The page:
DOS Subsea specialise in light IRM and small scale projects and out of the North Sea market (where you need a North Sea class DSV) owning a vessel is a disadvantage not an advantage (which isn’t true at the top end EPIC SURF contracting where you need a specialist lay vessel) for some projects as costs become purely variable. Every single asset DOF Subsea have can be chartered in from another company if you are project management house. There used to be a number of project companies that delivered projects but didn’t own vessels, that didn’t last as the market tightened from 2006 onwards and you simply couldn’t charter a vessel (I am trying to think of the Singapore/Perth company Technip brought?). But now that isn’t the case and so not only is there loads of delivery capacity in vessel owners and charterers, but small project management houses can, and will, bid and compete for jobs, which will lower industry profits structurally. The best strategy going forward is to have a fleet much smaller than your delivery schedule requires but still some core tonnage, companies that didn’t splurge in the last boom are clearly better positioned here.

Whatever the reason for First Reserve selling it is a fact that one of the most successful investors in the energy industry is lightening their exposure to the offshore sector. If you buy DOF Subsea shares you need to ask what you know that First Reserve don’t? Interestingly First Reserve hasn’t invested in an offshore exploration company since 2011 (Barra), but has invested in 7 tight oil plays since 2011, a pattern that seems to mirror capital flows in the industry. One wonders if Technip weren’t encouraged to try and by DOF Subsea and a lack of interest led to this way of getting out?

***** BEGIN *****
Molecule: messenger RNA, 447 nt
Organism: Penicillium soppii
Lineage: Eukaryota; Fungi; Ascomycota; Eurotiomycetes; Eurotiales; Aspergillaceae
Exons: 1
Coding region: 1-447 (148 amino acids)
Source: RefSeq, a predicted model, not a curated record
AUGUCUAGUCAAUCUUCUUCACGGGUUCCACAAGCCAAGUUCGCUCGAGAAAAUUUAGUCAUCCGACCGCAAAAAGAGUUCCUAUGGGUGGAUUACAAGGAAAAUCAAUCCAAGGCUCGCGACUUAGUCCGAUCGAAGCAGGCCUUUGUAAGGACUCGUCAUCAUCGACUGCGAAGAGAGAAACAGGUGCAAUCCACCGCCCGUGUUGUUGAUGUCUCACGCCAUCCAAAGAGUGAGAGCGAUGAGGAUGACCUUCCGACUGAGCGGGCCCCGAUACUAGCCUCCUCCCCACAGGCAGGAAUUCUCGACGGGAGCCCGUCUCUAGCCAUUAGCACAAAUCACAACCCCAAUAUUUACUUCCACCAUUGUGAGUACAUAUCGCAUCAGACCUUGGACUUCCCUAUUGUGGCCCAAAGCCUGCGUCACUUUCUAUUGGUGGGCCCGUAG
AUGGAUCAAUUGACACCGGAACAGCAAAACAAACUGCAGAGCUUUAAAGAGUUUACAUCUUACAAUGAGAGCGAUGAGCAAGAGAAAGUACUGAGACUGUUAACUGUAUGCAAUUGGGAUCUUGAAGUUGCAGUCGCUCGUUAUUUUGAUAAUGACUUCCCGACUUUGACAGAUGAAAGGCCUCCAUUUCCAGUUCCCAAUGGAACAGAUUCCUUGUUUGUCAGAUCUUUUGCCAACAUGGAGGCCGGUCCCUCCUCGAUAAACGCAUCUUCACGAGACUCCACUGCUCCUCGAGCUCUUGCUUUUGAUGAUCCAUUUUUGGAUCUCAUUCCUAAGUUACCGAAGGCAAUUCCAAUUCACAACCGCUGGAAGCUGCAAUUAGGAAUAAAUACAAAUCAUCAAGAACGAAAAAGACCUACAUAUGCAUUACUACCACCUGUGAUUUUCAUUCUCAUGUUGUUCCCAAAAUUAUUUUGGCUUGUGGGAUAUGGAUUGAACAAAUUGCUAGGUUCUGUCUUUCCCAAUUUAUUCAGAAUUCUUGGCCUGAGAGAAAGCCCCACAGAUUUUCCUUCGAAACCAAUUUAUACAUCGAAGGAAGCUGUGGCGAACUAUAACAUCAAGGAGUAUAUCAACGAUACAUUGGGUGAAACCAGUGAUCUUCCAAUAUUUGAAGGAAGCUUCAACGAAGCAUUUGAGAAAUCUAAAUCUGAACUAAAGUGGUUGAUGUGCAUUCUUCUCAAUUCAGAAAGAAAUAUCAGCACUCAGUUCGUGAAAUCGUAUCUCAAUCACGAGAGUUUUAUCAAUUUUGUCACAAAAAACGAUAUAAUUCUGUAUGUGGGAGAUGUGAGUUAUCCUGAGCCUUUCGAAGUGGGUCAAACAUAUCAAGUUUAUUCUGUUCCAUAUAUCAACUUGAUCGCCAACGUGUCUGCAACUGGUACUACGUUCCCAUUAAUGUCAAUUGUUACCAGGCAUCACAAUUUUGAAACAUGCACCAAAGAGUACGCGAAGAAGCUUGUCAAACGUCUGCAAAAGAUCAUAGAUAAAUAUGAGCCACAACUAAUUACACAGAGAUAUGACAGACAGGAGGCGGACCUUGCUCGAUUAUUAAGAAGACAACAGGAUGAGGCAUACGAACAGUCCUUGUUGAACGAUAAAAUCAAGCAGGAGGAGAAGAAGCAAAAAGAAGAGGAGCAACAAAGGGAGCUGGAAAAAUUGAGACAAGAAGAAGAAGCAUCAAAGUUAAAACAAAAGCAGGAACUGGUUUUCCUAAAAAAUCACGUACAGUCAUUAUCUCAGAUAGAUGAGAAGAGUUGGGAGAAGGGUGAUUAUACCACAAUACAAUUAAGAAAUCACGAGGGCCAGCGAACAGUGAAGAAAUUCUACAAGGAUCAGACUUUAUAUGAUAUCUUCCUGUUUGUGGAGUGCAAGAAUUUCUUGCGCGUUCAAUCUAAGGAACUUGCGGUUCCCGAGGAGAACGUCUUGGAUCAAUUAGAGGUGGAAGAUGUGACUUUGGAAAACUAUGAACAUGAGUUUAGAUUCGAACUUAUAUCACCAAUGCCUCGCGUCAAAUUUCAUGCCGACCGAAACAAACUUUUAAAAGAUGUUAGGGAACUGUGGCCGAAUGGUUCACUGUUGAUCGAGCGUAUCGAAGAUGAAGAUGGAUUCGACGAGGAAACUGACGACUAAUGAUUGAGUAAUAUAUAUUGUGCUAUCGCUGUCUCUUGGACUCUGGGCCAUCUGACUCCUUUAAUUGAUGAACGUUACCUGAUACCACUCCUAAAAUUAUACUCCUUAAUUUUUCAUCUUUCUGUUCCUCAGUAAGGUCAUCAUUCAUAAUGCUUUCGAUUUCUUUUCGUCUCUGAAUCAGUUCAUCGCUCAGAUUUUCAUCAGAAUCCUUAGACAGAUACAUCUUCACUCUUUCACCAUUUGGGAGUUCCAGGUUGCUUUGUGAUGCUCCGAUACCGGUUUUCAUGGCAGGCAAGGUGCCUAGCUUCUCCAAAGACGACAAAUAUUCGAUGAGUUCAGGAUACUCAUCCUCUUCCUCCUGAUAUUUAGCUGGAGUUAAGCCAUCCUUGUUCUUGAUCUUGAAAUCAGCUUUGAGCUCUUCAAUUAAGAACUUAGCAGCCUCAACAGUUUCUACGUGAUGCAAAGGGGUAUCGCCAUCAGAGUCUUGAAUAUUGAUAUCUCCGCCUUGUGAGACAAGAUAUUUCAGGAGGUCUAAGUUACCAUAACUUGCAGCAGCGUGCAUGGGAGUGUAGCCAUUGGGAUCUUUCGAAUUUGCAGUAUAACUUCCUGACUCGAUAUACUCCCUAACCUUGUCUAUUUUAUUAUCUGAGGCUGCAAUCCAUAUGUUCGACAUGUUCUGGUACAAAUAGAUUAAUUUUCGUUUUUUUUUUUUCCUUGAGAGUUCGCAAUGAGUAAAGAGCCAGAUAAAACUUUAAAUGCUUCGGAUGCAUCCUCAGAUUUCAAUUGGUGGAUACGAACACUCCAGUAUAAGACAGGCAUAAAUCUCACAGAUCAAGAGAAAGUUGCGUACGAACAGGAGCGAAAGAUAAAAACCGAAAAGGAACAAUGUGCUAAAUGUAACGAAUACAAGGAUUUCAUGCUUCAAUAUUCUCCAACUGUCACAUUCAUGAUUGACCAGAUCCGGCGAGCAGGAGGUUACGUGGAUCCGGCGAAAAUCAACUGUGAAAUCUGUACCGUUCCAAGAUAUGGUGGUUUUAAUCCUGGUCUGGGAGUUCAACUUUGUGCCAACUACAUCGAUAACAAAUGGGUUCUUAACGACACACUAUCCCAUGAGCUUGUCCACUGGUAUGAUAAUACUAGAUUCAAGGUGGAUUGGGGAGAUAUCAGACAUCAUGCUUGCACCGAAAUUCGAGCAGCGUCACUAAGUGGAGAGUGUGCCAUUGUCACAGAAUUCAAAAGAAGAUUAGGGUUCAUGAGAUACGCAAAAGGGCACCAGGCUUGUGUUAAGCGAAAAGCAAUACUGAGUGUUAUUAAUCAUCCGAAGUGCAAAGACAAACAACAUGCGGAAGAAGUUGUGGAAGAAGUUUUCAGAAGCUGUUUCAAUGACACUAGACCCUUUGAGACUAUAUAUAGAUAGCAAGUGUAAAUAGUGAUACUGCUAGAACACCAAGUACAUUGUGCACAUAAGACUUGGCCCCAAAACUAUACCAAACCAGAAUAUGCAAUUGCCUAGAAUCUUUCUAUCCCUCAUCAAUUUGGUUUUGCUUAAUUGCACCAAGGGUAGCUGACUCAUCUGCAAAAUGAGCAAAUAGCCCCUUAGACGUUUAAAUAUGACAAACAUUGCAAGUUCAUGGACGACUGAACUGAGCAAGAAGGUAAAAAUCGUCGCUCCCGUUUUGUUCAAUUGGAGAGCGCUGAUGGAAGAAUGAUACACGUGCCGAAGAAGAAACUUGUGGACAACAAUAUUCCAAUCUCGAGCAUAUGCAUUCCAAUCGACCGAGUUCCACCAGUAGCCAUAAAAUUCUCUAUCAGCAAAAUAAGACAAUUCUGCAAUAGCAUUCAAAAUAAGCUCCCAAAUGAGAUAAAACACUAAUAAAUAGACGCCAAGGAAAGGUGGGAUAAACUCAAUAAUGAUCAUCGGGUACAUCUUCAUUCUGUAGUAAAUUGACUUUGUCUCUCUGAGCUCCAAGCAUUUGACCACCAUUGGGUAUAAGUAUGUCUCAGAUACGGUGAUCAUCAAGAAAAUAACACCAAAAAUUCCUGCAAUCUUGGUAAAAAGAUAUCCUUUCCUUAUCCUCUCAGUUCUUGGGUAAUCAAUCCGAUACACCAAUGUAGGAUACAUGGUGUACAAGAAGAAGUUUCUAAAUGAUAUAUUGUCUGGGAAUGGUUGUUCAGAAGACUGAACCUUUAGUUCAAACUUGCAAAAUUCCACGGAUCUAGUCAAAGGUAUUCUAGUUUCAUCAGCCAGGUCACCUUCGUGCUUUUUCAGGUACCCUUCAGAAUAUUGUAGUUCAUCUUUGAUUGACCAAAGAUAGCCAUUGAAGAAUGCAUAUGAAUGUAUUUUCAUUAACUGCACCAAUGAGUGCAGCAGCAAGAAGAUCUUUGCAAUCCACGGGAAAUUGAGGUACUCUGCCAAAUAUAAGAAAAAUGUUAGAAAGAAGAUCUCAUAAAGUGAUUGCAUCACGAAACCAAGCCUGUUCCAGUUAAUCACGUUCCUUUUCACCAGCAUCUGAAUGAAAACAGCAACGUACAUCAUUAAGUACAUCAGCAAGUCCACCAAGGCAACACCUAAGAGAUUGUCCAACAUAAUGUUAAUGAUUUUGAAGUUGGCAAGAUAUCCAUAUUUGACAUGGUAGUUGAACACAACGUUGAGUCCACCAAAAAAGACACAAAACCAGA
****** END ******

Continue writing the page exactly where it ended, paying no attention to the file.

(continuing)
The obvious reason that First Reserve might well be selling is that they think the poor financial results are likely to continue for sometime and they see no easy answer to an industry awash with capacity and declining levels of investment and simply don’t want to fund working capital with an uncertain payback cycle. DOF Subsea has excellent project delivery capability but it simply too long on ships and unlike other contractors these are an essential part of their strategy going forward and they have no ability to given chartered tonnage back as the industry continues to contract.

DOF Subsea also have 67 ROVs. The quiet underperformer in the industry at the moment is the ROV space. Everyone at the moment is giving the ROVs away at costs + crew only. In the old days ROVs were so profitable because you used to able to hide a mark-up on the vessel in the contract amount and they looked very profitable. Now the vessel is given away for free as is the ROV and only the engineering generates some margin. There is clearly going to be some consolidation here and I believe it will be very hard for the smaller companies to raise additional funding without profitable backlog as it becomes clear that there will not be a recovery in 2017. A lot of companies in the ROV market have raised money yet offer the same thing as the industry leaders who have very strong liquidity positions and can play this game far longer than speculative investors. Reach is a well managed company, and can give vessels back eventually, M2 got it’s ROVs cheap, but both are going up against companies like DOF and Oceaneering and eventually, surely, investors are going to realise that without some sort of increase in demand the structure will favour the larger companies who have more equity to dilute to see them through to the final stages of consolidation. There is an argument that smaller nimbler ROV companies can respond better to IRM workscopes than larger companies, particularly at the moment with oversupply in the vessel market; we are about to find out if they can win sufficient market share to be viable.